Applying these principles to the present factual situation, we conclude that plaintiff presented sufficient competent evidence to support a summary judgment (in the form of a deposition and interrogatory of defendant, documentary exhibits and an affidavit) and that defendant failed to offer competent evidence to contradict plaintiff’s evidence and raise a genuine issue of fact. An examination of the applicable law governing the CD and a close analysis of the three questions of fact which defendant contends it raised by presenting competent contradictory evidence to overcome plaintiff’s summary judgment motion, supports this conclusion.
 The crux of this case evolves around the CD which “. . . certifies that Allstate Life Ins. Co. or Commissioner of Ins. of Alabama as their interest may appear . . .” has deposited with defendant’s Charlotte office $100,000. By the terms on the certificate, payment could be obtained “[u]pon surrender of [the] certificate properly endorsed 12 months after date, with interest of 4V4 percent per annum for the time specified only.” However, the “. . . certificate [was] automatically renewed for a like term and interest rate if not presented for payment within 10 days after maturity.”
*27By its terms the CD falls within the G.S. 25-9-105(l)(g) definition of instrument which states “ ‘Instrument’ means a negotiable instrument (defined in § 25-3-104), or a security (defined in § 25-8-102) or any other writing which evidences a right to the payment of money and is not itself a security agreement or lease and is of a type which is in ordinary course of business transferred by delivery with any necessary indorsement or assignment.” Since this certificate is an instrument within the scope of the U.C.C., it is governed by the principles stated in G.S. 25-3-805 applying Article 3 to instruments which are non-negotiable only because they are not payable to order or bearer. Savings and Loan Association v. Trust Co., 282 N.C. 44, 191 S.E. 2d 683 (1972), and the rules stated under G.S. 25-9-304 regarding perfection of security interests in instruments.
 Defendant first asserts that he has raised an issue of fact with respect to the validity of the assignment of the CD. We find no merit in this assertion because defendant failed to offer some competent evidence that could be admitted at trial which would raise a question of fact with respect to plaintiff’s evidence that the assignment was valid or show a good reason in accordance with Rule 56(f) why it was unable to present facts justifying its opposition to the plaintiff’s assertion. G.S. 1A-1, Rule 56, 10 Wright and Miller, Federal Practice and Procedure: Civil § 2727, p. 532 (1973).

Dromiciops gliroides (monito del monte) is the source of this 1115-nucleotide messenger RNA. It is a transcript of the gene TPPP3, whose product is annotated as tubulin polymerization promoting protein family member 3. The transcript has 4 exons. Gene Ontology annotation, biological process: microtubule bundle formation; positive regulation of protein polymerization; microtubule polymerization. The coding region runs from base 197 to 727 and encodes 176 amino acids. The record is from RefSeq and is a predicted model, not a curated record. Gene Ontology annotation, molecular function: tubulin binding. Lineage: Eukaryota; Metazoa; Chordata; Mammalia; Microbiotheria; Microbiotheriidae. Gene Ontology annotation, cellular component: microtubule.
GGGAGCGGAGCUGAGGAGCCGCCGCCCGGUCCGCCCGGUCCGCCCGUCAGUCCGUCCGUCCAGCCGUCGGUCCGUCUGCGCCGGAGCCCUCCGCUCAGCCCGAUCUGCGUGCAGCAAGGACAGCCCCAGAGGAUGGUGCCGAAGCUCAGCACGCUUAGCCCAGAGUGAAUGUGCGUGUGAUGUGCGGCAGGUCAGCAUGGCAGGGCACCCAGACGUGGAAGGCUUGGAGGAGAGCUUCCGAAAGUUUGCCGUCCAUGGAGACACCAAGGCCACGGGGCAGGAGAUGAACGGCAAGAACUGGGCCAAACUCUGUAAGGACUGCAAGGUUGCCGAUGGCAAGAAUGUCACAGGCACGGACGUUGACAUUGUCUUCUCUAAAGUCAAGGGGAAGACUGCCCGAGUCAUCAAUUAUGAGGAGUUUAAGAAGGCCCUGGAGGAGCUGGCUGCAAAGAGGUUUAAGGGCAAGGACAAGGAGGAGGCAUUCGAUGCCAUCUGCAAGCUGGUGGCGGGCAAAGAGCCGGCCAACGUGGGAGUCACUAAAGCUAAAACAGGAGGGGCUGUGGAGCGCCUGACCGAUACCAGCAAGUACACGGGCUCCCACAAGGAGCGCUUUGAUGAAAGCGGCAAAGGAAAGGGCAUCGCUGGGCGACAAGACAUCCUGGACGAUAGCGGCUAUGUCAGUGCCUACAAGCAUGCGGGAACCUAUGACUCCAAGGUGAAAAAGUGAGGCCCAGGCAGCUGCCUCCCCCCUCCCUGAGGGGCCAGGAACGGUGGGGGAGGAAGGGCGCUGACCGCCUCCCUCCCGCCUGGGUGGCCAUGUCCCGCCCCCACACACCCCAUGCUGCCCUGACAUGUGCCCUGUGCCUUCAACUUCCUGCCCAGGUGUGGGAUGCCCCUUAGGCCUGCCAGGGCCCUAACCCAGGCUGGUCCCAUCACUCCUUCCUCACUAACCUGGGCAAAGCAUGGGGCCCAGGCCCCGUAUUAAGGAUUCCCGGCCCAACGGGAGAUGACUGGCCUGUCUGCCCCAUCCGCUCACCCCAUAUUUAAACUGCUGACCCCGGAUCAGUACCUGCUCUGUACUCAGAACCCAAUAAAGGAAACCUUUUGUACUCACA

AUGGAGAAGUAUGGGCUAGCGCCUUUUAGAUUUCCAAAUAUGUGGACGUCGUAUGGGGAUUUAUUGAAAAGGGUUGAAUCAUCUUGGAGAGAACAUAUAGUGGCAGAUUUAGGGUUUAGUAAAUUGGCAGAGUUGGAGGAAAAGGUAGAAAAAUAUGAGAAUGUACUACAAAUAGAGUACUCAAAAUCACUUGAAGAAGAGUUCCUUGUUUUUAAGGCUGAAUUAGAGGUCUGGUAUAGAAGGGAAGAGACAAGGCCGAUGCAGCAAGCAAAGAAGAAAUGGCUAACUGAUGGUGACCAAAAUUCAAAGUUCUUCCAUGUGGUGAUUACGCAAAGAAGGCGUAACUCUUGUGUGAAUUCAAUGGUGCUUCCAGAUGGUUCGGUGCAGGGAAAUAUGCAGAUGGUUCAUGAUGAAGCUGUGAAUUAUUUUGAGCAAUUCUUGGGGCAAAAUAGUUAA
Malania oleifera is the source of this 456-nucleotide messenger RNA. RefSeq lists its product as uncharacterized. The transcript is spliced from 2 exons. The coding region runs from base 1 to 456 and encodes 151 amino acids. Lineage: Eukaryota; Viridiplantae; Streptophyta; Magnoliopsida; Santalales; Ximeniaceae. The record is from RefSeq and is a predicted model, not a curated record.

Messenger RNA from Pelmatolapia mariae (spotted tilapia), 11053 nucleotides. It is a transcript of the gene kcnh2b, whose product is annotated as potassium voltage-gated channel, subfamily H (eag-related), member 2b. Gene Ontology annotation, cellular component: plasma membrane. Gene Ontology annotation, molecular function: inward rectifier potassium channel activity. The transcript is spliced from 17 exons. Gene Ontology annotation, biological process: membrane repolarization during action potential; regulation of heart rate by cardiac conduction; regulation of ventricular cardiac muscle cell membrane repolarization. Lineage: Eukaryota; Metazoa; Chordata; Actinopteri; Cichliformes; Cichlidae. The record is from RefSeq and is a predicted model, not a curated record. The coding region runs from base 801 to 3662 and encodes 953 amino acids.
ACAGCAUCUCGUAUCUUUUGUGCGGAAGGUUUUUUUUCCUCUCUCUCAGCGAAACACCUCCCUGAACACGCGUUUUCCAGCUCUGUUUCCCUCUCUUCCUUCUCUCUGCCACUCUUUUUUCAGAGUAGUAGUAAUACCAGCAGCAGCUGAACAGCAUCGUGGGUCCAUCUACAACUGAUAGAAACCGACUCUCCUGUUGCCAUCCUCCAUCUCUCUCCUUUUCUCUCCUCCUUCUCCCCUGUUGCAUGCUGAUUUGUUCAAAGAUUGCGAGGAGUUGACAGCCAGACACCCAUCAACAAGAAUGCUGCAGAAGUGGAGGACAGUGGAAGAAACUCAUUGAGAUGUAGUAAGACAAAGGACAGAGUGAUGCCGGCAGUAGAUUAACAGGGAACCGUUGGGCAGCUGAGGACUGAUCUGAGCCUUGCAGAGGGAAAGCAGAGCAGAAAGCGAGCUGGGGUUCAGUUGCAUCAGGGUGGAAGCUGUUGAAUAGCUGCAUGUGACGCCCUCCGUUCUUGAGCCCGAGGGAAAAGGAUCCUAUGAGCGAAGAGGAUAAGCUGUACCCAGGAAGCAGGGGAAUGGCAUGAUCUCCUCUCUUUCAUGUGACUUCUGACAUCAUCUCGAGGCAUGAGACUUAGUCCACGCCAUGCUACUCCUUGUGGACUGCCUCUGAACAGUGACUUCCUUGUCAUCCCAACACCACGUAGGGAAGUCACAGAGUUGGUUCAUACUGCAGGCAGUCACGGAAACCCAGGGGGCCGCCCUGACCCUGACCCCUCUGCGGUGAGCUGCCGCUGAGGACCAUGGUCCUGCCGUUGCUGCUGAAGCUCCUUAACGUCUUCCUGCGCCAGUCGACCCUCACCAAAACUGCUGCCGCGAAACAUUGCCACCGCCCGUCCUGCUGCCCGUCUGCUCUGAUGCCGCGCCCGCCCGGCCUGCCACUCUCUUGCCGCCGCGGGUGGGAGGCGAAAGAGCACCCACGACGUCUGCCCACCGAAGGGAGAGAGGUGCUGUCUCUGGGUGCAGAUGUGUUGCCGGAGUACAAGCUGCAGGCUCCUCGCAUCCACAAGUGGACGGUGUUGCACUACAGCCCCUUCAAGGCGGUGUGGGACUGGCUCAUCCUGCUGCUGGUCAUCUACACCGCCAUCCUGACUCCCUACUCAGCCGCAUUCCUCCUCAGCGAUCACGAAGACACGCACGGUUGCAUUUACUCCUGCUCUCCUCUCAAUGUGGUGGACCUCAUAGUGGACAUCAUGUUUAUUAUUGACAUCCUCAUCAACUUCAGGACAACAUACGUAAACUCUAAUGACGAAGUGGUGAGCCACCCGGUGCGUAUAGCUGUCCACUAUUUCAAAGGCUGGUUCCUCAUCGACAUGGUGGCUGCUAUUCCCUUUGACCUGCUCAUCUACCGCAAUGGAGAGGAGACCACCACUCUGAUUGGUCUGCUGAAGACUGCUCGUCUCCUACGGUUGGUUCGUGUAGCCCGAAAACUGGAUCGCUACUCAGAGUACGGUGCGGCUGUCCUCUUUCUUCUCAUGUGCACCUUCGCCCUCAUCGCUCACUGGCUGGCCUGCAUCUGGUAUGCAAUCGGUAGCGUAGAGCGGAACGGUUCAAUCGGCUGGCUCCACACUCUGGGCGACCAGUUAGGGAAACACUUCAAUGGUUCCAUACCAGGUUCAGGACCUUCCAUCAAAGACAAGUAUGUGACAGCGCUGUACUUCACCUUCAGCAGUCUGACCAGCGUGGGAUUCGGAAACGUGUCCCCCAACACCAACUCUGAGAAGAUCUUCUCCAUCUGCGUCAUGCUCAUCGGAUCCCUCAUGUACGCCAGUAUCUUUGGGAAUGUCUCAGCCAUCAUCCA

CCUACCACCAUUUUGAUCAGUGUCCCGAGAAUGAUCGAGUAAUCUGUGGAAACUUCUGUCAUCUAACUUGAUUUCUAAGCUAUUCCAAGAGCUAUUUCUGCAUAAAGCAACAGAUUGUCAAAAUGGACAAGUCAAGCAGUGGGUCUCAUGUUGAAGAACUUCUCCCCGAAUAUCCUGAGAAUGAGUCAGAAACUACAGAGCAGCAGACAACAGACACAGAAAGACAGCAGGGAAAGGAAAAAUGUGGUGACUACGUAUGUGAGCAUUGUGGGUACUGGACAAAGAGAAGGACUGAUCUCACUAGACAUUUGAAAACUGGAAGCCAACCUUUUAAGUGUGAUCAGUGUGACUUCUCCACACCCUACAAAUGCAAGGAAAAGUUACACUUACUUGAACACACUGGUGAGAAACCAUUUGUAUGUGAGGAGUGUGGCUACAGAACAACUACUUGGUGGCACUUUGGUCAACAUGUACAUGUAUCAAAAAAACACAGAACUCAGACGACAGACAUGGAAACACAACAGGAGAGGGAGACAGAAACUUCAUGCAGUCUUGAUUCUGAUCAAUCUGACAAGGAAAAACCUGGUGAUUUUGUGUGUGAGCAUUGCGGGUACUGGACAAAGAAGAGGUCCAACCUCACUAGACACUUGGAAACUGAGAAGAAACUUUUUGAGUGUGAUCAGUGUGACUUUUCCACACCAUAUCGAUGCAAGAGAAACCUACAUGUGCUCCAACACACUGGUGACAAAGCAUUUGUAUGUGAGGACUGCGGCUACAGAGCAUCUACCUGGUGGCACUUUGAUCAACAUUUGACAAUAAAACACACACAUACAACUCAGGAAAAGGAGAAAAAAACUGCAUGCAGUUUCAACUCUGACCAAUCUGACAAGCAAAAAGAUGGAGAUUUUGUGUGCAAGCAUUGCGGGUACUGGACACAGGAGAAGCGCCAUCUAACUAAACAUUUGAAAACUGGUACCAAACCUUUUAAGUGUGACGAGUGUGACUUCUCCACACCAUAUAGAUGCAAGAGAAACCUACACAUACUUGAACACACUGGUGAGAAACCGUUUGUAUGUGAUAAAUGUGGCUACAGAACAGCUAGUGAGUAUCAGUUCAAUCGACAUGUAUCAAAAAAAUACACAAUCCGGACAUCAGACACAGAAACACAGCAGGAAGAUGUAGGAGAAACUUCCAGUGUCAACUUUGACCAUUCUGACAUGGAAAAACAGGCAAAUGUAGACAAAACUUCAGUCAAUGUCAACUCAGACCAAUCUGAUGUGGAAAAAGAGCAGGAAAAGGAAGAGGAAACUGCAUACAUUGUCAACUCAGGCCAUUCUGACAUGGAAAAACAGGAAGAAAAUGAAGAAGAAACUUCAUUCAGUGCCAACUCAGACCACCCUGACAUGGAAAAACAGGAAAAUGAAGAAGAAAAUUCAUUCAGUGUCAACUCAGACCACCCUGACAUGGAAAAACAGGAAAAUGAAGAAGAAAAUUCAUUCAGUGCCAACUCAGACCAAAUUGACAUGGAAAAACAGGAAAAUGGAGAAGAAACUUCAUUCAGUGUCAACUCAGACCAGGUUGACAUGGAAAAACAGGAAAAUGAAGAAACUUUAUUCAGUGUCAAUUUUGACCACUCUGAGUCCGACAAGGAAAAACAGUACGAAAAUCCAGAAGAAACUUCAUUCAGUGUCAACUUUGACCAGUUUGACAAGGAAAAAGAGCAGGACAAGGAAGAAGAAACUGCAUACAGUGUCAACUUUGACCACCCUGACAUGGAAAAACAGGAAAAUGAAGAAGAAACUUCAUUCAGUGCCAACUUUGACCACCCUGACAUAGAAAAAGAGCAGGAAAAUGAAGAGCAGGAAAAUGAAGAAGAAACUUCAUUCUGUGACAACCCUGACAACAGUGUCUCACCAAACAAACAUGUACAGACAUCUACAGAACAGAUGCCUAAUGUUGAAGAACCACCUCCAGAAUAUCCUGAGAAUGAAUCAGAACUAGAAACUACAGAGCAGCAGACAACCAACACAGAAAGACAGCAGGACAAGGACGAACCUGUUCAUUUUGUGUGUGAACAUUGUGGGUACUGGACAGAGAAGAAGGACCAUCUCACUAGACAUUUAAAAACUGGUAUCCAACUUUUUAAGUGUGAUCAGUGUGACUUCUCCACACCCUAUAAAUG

Evidence presented by plaintiff at the hearing included its unverified complaint alleging that on 11 October 1975 All States assigned the CD to plaintiff and that it was the lawful owner and holder of the CD; a copy of the CD attached to the complaint indicating on its face a valid assignment; and plaintiff’s interrogatory and deposition of defendant, through J. Larry Harrill, in which defendant failed to offer any fact which would place the validity of the assignment in issue. Defendant’s evidence which allegedly raised a question of fact with respect to the validity of the assignment included its general denial of the assignment, based on information and belief, and the following statement in the plaintiff’s deposition of defendant’s J. Larry Harrill:
The Bank further contends that Old Southern Life Insurance Company (Old Southern) is not the lawful owner and/or holder of the certificate of deposit. We have no way to *28determine that Old Southern is or is not the lawful owner. Although there is a purported assignment on the back of the certificate of deposit, which I have seen, we have no reason to believe that this is a valid and lawful assignment. Such assignments are generally made in front of us, i.e., the parties sign in the presence of a bank officer. This was not done in my presence. Clearly the certificate of deposit was not issued to Old Southern Life Insurance Company. . . .
Defendant also submitted affidavits in opposition to the summary judgment motion, but the only reference to the assignment of the CD was a statement to the effect that on or about October 1975, defendant received notice that All States had assigned the CD to plaintiff.